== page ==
“We didn’t want to rewrite the book on stream restoration” Fox said. “There’s already a lot of good information out there. So, our approach is to build on that. Specifically, we want to focus on how to identify the hazards and mitigate them.” The manual will include a number of different measures that communities can take to address different types of fluvial erosion hazards and will cite other relevant sources of useful information where possible.

The big picture

The concept of FEH seems to amplify the message, “Keep your structures and infrastructure out of the floodplain.” But, Fox said, “For many communities it comes back to the age-old question – what do you do to mitigate risk when you already have existing structures and infrastructure in a hazardous area? Is the answer always going to be the use of engineered controls over a naturally dynamic system? Is there a better way?”

That’s what Fox and the CBBEL team want to find out. “When it comes to hazard mitigation,” he said, “the main objective is always avoidance. The manual is really about what our options are when avoidance isn’t an option.”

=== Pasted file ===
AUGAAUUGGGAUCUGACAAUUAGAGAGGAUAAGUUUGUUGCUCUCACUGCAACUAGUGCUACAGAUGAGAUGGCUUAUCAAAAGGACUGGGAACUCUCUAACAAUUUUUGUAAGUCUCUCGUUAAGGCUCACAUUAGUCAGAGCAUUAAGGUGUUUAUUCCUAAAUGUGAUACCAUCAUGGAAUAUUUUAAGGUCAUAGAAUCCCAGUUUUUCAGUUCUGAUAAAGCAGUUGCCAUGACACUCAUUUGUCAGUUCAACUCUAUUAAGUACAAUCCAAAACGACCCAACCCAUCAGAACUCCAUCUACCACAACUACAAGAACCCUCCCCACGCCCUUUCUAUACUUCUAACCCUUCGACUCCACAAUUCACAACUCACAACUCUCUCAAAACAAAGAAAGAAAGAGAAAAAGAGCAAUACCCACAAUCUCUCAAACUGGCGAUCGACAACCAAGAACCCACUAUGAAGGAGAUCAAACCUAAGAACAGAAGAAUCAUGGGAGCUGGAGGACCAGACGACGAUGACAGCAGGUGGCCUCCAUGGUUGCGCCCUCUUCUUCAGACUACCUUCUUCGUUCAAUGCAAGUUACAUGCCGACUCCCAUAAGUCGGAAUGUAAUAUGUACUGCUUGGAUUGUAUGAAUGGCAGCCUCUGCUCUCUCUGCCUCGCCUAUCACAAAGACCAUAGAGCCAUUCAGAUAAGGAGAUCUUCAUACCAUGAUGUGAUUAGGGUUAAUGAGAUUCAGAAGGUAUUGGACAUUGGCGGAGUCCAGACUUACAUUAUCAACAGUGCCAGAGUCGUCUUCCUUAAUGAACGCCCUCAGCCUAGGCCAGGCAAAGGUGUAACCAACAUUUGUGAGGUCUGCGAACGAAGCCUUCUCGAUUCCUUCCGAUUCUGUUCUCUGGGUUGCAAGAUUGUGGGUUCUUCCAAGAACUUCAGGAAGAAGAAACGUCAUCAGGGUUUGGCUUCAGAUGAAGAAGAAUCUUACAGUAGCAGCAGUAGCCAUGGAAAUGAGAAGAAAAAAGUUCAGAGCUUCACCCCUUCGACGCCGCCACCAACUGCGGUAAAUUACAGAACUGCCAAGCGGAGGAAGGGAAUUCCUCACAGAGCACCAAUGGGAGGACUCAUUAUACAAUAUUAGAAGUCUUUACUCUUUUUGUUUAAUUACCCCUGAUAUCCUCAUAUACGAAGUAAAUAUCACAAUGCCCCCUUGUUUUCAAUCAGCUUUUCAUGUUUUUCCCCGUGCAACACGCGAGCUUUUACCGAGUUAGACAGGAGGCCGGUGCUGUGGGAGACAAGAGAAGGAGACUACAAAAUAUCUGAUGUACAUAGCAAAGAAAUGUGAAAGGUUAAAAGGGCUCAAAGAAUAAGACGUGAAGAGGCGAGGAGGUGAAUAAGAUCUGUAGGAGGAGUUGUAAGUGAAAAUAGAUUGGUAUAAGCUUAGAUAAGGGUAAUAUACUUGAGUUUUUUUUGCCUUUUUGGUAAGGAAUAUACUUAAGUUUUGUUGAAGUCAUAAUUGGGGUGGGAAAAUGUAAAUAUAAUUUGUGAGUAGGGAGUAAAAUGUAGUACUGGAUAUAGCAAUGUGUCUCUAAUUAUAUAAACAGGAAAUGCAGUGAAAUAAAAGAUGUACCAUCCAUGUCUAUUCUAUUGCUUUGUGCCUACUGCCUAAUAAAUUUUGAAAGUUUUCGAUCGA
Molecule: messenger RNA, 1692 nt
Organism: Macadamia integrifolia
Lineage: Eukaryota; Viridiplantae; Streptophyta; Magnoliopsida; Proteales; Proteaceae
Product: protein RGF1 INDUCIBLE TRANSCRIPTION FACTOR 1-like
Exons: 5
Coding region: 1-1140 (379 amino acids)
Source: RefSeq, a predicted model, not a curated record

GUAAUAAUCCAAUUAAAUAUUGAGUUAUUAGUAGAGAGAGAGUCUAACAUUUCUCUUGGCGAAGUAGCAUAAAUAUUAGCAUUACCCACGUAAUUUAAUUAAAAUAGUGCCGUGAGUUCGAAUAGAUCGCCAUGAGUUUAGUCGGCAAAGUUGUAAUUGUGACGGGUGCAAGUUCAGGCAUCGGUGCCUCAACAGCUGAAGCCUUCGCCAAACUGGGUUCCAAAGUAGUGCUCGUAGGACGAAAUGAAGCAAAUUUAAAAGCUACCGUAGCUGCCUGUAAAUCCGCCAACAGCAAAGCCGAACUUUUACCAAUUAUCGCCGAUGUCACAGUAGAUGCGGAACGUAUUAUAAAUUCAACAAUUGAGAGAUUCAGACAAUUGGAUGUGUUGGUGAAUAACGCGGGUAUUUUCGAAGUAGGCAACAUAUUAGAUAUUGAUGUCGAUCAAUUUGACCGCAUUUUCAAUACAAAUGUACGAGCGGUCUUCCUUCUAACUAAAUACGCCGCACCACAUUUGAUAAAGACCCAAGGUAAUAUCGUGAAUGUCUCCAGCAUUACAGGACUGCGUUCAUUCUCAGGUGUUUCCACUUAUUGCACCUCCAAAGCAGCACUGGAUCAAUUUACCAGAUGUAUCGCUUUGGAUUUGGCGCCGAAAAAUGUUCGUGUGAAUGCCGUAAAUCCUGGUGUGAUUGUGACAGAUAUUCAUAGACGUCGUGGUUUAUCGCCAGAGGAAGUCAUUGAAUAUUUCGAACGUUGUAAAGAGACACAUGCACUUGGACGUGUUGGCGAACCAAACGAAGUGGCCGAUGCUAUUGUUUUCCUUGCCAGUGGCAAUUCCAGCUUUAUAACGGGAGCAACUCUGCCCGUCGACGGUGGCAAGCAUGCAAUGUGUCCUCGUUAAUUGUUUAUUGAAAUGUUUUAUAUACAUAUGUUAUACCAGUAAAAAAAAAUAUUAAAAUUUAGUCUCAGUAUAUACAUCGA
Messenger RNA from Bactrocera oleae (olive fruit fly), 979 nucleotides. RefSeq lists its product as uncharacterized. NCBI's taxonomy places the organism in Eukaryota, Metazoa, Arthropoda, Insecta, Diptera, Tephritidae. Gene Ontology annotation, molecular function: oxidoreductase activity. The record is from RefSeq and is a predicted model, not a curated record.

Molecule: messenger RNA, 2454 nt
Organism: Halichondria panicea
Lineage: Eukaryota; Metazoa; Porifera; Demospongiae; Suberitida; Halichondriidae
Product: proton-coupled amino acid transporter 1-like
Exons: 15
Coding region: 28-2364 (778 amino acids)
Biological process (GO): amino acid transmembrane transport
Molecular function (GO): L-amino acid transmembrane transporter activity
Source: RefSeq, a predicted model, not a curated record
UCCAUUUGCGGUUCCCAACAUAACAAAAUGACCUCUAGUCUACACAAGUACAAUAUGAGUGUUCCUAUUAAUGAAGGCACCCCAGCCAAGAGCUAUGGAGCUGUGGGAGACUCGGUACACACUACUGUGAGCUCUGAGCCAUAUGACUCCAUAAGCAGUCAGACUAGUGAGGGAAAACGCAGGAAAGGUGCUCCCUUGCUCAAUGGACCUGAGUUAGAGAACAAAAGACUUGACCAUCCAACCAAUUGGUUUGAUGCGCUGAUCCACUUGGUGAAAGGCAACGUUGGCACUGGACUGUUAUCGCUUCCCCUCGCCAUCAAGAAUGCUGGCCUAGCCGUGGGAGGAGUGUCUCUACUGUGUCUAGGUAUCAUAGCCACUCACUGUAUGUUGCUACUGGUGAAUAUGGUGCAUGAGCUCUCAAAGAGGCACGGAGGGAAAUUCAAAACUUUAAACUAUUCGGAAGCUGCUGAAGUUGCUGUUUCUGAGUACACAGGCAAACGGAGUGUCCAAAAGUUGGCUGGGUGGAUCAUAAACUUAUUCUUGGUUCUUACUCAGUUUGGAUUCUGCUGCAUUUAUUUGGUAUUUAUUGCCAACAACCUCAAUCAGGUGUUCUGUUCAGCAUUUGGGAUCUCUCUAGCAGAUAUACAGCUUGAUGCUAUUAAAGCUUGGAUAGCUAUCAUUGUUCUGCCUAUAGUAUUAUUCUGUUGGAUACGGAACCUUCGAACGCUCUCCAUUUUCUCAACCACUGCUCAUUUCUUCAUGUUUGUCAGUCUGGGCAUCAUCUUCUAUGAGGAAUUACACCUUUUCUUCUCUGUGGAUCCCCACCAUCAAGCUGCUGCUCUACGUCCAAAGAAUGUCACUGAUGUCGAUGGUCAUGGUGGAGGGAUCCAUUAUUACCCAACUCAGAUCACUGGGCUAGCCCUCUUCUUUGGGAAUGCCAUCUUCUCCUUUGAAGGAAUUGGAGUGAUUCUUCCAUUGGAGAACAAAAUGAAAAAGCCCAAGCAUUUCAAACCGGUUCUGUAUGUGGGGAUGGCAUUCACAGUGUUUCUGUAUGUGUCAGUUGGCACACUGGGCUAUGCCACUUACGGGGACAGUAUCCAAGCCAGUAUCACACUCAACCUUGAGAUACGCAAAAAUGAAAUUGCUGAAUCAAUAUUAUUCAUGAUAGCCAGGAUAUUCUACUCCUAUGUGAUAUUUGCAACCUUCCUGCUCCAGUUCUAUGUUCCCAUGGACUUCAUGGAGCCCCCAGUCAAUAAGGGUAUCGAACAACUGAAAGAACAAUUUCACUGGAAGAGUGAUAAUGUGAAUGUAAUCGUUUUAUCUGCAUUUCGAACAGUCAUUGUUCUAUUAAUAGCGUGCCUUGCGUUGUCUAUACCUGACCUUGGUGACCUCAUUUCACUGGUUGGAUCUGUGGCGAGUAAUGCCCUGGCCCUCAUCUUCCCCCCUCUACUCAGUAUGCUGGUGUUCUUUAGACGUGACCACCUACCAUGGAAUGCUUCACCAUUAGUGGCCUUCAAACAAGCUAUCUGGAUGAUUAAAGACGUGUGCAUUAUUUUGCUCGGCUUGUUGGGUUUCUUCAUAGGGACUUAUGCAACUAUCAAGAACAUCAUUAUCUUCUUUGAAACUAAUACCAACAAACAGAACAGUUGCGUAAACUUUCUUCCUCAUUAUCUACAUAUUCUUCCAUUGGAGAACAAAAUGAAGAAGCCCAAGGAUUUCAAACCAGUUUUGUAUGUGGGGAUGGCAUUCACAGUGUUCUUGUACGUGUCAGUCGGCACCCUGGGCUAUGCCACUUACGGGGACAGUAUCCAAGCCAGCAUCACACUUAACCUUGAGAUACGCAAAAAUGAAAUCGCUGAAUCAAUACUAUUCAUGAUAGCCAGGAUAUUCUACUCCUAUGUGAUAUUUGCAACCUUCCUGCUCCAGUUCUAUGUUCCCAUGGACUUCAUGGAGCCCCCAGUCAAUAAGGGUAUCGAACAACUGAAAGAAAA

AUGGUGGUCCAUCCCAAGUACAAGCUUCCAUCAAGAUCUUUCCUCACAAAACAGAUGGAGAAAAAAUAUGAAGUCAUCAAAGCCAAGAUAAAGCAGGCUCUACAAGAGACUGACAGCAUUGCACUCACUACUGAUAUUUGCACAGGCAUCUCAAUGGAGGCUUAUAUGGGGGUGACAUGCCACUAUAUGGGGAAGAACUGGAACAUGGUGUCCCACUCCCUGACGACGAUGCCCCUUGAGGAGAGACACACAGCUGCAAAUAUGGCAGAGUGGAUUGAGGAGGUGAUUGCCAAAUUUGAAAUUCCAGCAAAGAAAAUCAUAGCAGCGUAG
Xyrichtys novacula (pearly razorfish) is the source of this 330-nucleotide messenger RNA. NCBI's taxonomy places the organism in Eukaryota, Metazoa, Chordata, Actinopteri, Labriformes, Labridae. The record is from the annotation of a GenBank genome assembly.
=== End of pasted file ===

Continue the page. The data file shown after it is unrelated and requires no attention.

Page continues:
Fox said that the maps developed for the FEH mitigation manual can be used with floodplain mapping to better assess flood-related risks. “They’re both critical tools in how we evaluate the areas adjacent to waterbodies. They show different pieces of the picture.” Fox explained that floodplain maps show the probable extent of inundation during the 100-year flood event while FEH zones illustrate the areas prone to natural stream erosion processes.  He noted that the FEH  zones add a new level of information that cities and towns can use to help evaluate their current risk and inform future development through flood resilience planning.

The Indiana FEH Mitigation Manual is expected to be finalized later this year, after the pilot projects are complete and will be rolled out through regional workshops to be held by IUPUI CEES to educate communities about FEH and introduce the tools and documents that are now available.